Succession also broadens its portrayal of family in a metaphorical direction, by underlining the poisonous nature of corporations that insist all their employees are part of a giant family. Waystar Royco might be a family, but it’s just as fucked up as the Roy family. (Keep an eye on J. Smith-Cameron as Gerri, who starts out as a minor player in season one but becomes more and more important as the show continues.)
Beyond even Waystar Royco’s own staff, the series pulls in a handful of other rich and powerful families for comparison and contrast against the Roy family. Notably, season two introduces the Pierces, a loose riff on the Sulzbergers (owners of the New York Times) and the sort of old-money liberals Logan Roy was so clearly reacting against when he was young and hungry. (The midseason two episode “Tern Haven” is a terrific clash between the two families.)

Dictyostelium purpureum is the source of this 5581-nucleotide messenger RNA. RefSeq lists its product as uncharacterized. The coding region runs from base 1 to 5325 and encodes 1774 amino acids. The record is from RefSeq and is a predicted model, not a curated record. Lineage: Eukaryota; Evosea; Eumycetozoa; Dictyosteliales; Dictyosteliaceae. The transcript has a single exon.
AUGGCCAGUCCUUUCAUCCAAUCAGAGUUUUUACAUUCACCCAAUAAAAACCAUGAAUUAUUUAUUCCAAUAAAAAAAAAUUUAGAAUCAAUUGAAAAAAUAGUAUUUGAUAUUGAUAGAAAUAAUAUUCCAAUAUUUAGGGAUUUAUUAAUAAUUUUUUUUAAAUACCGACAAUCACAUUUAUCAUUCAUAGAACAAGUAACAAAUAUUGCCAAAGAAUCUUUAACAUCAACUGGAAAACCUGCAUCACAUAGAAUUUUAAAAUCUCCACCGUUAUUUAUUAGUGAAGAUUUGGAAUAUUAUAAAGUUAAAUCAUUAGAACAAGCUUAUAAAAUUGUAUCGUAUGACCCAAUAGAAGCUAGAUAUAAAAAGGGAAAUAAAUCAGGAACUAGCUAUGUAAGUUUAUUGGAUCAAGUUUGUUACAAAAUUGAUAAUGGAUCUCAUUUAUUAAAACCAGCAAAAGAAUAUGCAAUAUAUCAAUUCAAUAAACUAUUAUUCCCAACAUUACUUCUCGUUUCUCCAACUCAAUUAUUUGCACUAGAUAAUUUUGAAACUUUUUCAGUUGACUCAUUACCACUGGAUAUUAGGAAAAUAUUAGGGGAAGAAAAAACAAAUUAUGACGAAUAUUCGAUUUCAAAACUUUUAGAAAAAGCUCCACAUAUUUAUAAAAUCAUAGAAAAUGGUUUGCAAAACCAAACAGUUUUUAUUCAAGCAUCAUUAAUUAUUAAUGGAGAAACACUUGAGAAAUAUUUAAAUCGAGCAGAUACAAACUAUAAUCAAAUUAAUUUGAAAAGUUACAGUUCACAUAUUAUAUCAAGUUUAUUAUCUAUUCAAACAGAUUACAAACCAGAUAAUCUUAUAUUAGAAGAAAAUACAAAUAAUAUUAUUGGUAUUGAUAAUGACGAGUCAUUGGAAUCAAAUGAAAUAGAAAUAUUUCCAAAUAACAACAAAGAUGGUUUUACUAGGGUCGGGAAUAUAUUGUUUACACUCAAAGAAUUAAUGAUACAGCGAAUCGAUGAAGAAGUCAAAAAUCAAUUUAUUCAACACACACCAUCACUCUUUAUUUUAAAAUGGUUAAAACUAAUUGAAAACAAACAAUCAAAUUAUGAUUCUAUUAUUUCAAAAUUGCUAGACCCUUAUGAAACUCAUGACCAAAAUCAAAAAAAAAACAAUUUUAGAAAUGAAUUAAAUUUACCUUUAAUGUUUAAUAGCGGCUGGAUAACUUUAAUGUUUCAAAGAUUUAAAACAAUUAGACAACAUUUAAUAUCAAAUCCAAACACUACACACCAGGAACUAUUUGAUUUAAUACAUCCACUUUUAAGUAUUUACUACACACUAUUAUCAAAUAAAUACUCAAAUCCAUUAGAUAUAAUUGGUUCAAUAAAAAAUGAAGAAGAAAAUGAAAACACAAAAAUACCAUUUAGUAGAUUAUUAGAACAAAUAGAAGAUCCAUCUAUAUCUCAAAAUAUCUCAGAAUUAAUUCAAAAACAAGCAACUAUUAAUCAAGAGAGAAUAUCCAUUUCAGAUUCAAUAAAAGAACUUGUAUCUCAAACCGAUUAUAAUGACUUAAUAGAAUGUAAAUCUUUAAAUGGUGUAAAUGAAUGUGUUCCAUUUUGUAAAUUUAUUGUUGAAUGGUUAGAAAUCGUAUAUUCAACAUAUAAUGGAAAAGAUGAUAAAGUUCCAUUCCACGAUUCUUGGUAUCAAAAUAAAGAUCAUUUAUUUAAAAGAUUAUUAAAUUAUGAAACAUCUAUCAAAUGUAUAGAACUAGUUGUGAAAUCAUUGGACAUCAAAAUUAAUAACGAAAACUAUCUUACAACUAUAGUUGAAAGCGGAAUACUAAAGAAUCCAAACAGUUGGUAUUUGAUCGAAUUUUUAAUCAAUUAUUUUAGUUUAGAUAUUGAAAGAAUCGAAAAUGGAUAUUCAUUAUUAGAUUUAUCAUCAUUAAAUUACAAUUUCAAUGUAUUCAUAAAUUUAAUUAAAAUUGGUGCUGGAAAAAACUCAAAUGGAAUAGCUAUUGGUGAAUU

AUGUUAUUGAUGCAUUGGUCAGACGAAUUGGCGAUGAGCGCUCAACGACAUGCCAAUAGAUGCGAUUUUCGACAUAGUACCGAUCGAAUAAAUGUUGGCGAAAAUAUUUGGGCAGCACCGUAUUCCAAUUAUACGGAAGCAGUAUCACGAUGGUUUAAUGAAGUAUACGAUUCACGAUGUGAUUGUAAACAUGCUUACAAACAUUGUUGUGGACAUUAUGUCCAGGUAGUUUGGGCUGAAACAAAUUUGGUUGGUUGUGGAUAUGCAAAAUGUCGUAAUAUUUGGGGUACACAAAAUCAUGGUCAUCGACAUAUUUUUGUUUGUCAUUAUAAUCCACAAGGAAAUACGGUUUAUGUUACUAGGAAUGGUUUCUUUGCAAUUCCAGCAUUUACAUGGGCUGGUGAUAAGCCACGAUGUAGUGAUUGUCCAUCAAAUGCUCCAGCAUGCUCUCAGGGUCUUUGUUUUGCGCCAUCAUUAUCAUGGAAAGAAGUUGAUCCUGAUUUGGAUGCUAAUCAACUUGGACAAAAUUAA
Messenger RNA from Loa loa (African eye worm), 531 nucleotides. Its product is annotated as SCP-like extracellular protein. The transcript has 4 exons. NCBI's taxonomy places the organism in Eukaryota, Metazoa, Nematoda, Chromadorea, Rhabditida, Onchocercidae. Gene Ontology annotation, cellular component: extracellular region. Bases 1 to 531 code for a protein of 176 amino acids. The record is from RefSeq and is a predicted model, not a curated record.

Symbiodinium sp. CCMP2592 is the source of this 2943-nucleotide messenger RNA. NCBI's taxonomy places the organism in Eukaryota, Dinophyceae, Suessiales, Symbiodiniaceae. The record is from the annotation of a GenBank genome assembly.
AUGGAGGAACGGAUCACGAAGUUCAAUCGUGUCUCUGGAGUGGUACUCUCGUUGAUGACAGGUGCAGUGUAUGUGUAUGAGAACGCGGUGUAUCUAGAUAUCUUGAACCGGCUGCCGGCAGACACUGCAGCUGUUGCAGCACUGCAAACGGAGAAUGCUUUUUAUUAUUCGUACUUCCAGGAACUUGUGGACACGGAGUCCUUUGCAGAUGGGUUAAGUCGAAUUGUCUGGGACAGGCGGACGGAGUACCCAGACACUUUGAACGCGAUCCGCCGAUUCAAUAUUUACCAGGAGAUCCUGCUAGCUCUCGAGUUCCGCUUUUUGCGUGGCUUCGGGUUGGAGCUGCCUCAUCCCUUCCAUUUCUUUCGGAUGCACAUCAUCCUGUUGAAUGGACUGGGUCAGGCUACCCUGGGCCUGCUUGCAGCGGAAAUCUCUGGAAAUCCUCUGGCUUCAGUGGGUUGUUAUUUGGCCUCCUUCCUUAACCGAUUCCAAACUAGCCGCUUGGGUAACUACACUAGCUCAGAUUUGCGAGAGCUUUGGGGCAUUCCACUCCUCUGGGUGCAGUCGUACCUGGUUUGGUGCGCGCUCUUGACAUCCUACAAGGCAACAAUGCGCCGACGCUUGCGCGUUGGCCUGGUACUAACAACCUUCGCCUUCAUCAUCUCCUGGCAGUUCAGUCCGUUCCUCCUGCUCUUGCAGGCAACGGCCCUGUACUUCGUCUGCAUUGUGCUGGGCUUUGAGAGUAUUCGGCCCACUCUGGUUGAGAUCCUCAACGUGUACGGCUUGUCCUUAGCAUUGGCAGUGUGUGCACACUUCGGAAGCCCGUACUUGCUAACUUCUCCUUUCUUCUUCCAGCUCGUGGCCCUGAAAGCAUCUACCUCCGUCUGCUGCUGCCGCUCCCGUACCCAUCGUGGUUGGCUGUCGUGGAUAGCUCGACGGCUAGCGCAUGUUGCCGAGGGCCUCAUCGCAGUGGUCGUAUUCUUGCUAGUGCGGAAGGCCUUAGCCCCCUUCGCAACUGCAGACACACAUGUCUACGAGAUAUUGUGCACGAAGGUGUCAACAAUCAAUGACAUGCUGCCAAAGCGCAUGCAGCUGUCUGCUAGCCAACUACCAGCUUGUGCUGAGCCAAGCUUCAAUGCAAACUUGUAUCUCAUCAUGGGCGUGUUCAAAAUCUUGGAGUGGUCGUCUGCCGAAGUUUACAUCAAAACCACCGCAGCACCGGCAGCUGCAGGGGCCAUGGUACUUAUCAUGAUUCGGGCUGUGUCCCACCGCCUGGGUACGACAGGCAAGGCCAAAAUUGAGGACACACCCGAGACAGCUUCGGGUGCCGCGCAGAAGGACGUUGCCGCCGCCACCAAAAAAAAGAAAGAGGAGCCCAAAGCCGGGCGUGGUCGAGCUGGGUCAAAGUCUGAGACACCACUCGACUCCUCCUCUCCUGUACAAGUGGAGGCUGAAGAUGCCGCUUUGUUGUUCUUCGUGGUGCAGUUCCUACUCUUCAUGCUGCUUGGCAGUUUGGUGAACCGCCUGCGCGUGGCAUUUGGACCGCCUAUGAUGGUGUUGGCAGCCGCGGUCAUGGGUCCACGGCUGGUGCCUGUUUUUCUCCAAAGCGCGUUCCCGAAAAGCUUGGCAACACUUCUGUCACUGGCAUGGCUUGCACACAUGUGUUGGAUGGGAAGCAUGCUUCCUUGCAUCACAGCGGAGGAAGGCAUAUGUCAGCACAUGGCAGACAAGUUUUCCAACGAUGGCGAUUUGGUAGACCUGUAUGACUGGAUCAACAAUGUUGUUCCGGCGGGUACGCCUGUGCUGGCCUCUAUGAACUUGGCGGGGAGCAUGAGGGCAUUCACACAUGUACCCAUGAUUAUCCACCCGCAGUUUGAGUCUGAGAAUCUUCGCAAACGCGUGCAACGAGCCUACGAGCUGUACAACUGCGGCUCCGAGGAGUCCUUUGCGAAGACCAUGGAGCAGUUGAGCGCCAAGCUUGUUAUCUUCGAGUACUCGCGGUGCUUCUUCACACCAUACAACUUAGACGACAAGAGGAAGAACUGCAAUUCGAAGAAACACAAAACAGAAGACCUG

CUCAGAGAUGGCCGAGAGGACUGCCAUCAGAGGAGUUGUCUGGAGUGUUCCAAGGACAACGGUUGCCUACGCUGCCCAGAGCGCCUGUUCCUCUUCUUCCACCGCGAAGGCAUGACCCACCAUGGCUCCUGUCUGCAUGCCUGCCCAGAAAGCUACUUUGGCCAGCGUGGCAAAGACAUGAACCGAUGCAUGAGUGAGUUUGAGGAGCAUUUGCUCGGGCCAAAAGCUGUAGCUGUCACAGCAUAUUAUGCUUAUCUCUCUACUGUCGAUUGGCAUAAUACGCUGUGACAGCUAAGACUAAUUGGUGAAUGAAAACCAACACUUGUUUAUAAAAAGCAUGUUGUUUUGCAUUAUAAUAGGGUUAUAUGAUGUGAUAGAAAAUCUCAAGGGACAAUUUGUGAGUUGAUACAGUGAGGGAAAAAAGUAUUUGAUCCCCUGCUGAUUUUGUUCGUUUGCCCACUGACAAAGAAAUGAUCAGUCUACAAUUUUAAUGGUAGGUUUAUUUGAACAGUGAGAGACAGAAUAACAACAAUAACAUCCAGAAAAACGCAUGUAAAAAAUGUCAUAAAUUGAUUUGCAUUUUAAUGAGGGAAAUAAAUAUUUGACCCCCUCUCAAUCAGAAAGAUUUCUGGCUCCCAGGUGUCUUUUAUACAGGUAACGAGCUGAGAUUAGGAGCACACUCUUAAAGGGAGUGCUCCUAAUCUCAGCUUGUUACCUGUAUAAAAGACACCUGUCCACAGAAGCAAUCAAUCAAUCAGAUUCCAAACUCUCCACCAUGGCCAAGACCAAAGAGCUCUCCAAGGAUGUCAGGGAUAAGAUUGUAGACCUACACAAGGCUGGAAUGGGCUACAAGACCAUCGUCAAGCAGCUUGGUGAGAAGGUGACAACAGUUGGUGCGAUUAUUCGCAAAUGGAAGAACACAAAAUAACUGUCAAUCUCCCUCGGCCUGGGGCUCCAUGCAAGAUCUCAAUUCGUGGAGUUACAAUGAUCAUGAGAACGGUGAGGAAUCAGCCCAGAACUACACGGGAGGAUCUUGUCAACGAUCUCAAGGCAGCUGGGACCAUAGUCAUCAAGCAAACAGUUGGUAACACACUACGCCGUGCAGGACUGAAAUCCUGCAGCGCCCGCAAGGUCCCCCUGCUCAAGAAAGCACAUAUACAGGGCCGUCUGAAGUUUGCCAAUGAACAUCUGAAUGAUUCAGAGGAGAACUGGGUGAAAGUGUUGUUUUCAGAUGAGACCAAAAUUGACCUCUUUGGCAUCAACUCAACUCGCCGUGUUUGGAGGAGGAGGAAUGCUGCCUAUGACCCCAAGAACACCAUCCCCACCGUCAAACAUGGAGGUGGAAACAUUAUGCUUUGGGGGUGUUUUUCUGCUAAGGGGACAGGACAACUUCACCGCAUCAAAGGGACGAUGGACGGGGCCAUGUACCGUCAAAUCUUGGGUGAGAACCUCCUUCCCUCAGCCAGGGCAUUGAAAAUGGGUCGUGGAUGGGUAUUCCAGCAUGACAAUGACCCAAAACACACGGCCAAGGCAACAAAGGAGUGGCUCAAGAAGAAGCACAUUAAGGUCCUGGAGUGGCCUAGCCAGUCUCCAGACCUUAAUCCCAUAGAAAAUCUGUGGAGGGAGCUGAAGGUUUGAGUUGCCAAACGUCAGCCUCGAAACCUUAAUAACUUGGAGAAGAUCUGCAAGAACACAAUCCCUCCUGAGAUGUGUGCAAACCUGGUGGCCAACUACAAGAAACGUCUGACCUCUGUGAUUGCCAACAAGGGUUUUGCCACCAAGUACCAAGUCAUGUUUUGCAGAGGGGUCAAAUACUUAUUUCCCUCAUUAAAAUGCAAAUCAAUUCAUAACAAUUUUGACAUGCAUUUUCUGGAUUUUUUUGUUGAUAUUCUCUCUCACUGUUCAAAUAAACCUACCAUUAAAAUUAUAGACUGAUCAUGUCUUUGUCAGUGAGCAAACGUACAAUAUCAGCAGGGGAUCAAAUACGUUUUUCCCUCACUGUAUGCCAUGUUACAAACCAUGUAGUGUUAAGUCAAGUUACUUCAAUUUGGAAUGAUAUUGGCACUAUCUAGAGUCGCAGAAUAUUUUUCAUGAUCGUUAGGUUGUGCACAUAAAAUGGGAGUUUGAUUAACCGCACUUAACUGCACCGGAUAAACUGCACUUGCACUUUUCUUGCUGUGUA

If I had to choose just one of its modes to explain why Succession has taken off the way it has, I’d choose this one. The show’s finely tuned understanding of complicated family dynamics means that you can surely find one or two details in its portrayal of the Roy family that resonate with your own life — and might leave you thankful your family isn’t as messed up as the Roys. It’s a neat trick.
But on the “acutely observed family dynamics” front, the series ultimately goes one level deeper than even that.
Mode 5: A psychologically trenchant excavation of the legacy of abuse
Succession often portrays Logan Roy as a Shakespearean figure, a little like Lear bellowing at the skies to obey him and not being heard. But because it places his titanic rage within settings that viewers are at least somewhat familiar with — boardrooms and dining rooms — it becomes easier, as the show goes on, to realize Logan is a terrible, abusive parent. At one point in season two, he physically strikes Roman for a minor slight, and all the other siblings either flinch instinctively or stare, dead-eyed, as it happens.